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Five Questions with Katrina Lenk

tony award winner katrina lenk
Tony Award winner Katrina Lenk.Image: Susan Stripling

By Stephanie Kulke
Fall 2018
People

What does winning a Tony for an atypical Broadway show like “The Band’s Visit” mean to you?

My brain is still like, “WHAT?!” Ours is a story involving people from two cultures we don’t usually see portrayed in musicals, and it’s told in a style with a lot of simplicity and silence — and I do wonder if perhaps our show isn’t that “atypical.” It would be when compared with musicals from 20 years ago, say, but the contemporary musical world is full of shows and subjects and styles that could be labeled “atypical” in their own way. Look at Hamilton, of course, Once, Fun Home and this season SpongeBob and Mean Girls. I think “atypical” could actually be a new, gloriously open and exciting norm, and I think we’re all looking forward to it being more inclusive. 

You are a musician, singer, dancer and actor. How do you decide where to focus your energies?

I love discovering things and creating things. When I’m doing acting work, I submerge myself entirely in that. When an accent is required, I go bananas on that. Any time learning is involved, or discovery, I’m like a raccoon for a sparkling thing. I usually don’t get to focus on more than one at a time, unless I’m working on a musical, and then I’m like a raccoon rolling around in a diamond bathtub.

How did you make the transition from music to theater performance?

I had an extraordinary viola teacher who was also a professor at Northwestern. I wanted to continue studying with him, and there was also an amazing theater school at Northwestern! I thought I could keep doing all the things — and I did for the first two years. But then a required symphony credit conflicted with my favorite dance class. I found the thought of living without that class and the joy it gave me unbearable. So I let go of the focus on the viola.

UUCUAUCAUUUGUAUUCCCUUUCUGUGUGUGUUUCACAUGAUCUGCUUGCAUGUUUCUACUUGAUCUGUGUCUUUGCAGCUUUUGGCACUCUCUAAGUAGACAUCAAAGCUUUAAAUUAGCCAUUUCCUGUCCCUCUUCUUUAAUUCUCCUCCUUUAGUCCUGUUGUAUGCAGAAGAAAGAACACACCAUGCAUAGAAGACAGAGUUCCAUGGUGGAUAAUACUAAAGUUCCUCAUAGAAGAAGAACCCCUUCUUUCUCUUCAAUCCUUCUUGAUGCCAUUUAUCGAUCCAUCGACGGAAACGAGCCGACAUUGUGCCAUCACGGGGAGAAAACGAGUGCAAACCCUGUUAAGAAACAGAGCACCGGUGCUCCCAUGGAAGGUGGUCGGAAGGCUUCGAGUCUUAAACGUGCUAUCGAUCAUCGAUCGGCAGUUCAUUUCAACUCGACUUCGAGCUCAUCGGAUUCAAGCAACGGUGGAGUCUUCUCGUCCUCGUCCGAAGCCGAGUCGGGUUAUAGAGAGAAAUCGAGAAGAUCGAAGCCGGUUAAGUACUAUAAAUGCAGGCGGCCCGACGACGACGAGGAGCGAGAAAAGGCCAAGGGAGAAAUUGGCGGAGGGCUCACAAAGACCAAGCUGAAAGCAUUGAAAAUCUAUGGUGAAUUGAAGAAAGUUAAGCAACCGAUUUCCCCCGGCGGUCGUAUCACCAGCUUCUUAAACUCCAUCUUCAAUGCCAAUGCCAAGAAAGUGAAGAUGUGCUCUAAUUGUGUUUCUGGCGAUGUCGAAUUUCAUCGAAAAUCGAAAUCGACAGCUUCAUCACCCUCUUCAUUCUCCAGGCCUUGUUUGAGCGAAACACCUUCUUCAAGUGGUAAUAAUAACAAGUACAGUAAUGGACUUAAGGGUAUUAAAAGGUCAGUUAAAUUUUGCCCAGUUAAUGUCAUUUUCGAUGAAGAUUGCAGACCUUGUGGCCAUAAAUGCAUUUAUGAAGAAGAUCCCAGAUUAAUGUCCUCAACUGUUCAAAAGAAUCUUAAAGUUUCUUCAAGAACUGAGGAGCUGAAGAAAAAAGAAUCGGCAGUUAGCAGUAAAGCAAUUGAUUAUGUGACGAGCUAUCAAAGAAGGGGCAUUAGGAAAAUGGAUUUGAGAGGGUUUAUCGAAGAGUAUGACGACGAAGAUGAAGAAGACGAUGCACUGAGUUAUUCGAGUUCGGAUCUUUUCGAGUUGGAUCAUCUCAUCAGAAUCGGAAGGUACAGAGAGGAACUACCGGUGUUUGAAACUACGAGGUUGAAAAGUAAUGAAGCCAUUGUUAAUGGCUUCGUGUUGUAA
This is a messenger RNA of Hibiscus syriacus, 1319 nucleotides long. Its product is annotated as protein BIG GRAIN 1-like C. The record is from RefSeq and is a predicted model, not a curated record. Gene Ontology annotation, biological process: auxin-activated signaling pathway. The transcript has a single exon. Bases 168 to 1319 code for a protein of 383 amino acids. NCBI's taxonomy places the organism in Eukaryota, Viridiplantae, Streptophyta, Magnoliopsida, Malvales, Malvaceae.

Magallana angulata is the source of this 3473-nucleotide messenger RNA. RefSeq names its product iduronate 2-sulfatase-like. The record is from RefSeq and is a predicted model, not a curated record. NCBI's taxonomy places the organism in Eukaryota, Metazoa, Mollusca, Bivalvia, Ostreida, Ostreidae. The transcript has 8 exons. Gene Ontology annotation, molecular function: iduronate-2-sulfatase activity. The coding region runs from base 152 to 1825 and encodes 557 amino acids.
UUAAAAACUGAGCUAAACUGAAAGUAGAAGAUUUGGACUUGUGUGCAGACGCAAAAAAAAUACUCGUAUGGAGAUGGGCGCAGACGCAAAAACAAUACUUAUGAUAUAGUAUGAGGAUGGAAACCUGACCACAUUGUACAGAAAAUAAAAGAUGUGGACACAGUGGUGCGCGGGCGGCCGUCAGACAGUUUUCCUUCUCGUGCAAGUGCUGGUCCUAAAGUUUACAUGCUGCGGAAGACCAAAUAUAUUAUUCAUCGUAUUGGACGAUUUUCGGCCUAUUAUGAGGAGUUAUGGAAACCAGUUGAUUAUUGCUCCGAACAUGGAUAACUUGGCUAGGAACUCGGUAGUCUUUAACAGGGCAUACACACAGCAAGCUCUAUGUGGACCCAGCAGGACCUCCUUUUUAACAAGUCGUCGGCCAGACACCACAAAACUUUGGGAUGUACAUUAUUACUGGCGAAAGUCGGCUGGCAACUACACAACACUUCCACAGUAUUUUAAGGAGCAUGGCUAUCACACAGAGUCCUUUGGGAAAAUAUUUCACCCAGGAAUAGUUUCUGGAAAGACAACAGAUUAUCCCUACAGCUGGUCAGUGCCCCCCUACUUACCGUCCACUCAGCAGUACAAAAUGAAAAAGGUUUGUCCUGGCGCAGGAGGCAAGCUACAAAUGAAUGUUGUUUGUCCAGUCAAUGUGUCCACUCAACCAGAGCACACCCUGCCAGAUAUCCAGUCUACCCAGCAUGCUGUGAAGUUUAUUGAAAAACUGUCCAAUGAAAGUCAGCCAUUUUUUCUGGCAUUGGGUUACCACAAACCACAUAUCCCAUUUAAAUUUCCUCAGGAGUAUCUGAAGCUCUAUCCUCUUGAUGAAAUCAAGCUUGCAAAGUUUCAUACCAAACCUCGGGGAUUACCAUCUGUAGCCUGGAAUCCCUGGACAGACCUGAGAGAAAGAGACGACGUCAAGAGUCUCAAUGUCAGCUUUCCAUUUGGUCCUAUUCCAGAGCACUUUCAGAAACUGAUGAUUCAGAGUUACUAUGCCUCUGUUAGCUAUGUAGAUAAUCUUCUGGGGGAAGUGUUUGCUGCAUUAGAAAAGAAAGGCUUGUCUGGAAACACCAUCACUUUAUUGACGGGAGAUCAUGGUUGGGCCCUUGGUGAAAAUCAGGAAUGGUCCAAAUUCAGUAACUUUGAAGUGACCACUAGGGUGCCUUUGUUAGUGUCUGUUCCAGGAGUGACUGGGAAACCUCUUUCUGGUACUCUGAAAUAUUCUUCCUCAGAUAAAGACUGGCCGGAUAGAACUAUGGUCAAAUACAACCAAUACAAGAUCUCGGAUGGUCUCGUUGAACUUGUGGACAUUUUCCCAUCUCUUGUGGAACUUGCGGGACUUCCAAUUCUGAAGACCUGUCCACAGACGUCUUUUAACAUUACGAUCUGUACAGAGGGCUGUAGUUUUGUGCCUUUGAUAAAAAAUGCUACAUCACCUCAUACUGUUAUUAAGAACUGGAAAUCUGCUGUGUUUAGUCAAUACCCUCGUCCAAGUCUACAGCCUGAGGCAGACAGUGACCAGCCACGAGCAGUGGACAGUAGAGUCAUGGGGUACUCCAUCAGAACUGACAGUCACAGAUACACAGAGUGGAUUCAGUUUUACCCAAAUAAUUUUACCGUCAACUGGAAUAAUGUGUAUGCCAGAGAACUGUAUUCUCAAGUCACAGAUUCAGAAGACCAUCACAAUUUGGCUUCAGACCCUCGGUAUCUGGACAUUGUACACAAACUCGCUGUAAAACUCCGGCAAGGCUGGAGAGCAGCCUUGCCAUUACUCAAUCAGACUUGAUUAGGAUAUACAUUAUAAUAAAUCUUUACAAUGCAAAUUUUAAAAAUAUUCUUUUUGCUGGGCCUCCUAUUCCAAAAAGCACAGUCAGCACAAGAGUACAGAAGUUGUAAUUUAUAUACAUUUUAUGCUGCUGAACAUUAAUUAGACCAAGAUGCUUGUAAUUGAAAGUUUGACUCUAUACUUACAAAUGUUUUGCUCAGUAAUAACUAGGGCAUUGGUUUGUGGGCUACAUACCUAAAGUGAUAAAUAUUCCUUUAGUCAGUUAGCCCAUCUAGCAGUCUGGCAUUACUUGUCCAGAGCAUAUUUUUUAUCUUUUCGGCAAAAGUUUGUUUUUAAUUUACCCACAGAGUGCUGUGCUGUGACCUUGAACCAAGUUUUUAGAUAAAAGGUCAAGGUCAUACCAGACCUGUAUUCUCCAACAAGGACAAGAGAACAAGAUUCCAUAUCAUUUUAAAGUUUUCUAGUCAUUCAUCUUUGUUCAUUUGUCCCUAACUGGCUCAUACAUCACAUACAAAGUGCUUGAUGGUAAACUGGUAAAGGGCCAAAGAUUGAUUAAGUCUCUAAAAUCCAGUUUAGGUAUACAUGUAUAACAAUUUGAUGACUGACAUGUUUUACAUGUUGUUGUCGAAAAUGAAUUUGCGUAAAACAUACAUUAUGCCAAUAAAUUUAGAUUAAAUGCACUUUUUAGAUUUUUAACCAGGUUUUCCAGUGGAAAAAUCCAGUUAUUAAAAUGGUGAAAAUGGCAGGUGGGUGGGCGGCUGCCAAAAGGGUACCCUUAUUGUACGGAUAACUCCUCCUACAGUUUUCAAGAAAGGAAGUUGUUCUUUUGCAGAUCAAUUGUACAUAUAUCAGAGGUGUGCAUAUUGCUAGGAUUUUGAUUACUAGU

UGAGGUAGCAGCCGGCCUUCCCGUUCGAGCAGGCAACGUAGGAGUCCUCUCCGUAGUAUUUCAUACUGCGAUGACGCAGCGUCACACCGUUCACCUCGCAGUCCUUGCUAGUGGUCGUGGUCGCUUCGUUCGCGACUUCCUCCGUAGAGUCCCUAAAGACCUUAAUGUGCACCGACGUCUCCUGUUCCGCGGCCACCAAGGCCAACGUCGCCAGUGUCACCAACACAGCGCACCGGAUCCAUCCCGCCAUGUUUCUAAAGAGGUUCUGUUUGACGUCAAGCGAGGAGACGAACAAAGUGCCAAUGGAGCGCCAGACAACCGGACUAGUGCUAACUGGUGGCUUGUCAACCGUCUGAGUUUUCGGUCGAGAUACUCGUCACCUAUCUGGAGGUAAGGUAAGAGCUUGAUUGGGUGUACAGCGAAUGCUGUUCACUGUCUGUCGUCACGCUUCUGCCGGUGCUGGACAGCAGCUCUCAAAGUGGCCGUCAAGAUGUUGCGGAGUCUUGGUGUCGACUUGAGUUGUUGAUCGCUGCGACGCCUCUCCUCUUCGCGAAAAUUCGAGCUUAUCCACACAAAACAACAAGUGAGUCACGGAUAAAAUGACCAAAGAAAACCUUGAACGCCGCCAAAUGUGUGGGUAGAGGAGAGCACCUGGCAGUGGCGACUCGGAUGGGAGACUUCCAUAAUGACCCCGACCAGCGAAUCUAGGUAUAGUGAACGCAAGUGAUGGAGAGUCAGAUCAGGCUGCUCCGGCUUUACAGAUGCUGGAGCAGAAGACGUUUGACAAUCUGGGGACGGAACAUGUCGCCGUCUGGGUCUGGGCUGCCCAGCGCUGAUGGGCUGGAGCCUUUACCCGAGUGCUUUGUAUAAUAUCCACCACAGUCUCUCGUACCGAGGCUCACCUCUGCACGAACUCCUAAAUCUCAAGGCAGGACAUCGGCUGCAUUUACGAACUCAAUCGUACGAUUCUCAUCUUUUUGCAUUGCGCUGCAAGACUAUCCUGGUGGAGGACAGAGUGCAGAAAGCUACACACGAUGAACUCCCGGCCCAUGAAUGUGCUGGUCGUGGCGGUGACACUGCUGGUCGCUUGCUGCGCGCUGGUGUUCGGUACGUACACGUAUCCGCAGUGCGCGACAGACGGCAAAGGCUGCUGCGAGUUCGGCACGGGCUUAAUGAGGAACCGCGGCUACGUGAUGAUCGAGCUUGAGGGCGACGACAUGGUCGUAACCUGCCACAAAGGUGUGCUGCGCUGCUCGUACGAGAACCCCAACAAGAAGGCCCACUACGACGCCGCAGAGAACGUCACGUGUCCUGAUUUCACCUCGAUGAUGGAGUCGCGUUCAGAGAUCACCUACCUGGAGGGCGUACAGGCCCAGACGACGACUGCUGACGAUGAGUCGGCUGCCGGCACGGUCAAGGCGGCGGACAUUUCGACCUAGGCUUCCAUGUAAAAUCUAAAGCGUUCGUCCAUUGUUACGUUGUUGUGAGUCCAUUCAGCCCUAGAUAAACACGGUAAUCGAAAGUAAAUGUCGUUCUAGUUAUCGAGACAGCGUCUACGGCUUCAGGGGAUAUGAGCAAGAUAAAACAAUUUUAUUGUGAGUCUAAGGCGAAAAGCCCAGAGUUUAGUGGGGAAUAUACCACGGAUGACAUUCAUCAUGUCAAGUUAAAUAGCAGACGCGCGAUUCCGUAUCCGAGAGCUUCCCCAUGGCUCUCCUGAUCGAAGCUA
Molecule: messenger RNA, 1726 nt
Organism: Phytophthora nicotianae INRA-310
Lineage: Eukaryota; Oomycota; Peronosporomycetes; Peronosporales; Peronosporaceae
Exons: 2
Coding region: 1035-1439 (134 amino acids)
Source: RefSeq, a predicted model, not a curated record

Do you still play viola?

I do! After not being able to play the viola out of guilt for neglecting it, I missed the sound it made under my chin, in my sternum, the way it felt under my fingers. So one day I picked it back up. I composed music with it, I played in rock, pop, country and folk bands in Chicago, LA, NYC, and I use it in my own band as well. It also came in handy when the opportunity to audition for Once came around.

What were the most valuable lessons you learned at Northwestern?

Everyone tells you, but somehow you don’t believe it — practice actually does lead to improvement. Peter Slowik, my viola prof, taught me how to practice efficiently, how to break something down that seems overwhelmingly impossible into small pieces, how to investigate those pieces, how to love them, how to deal with mistakes made — and then boom! That thing isn’t overwhelming at all. And I have definitely used those tools in every facet of my life.

The second is from my voice prof, Kurt Hansen ’73, ’83 MS, and my dance profs, Juanita Lopez and Billy Siegenfeld. They taught me that having a teacher believe in you when you feel like you’re nothing can fuel a million hours of that practice.

Interview conducted by Stephanie Kulke, fine arts editor in Global Marketing and Communications at Northwestern. 

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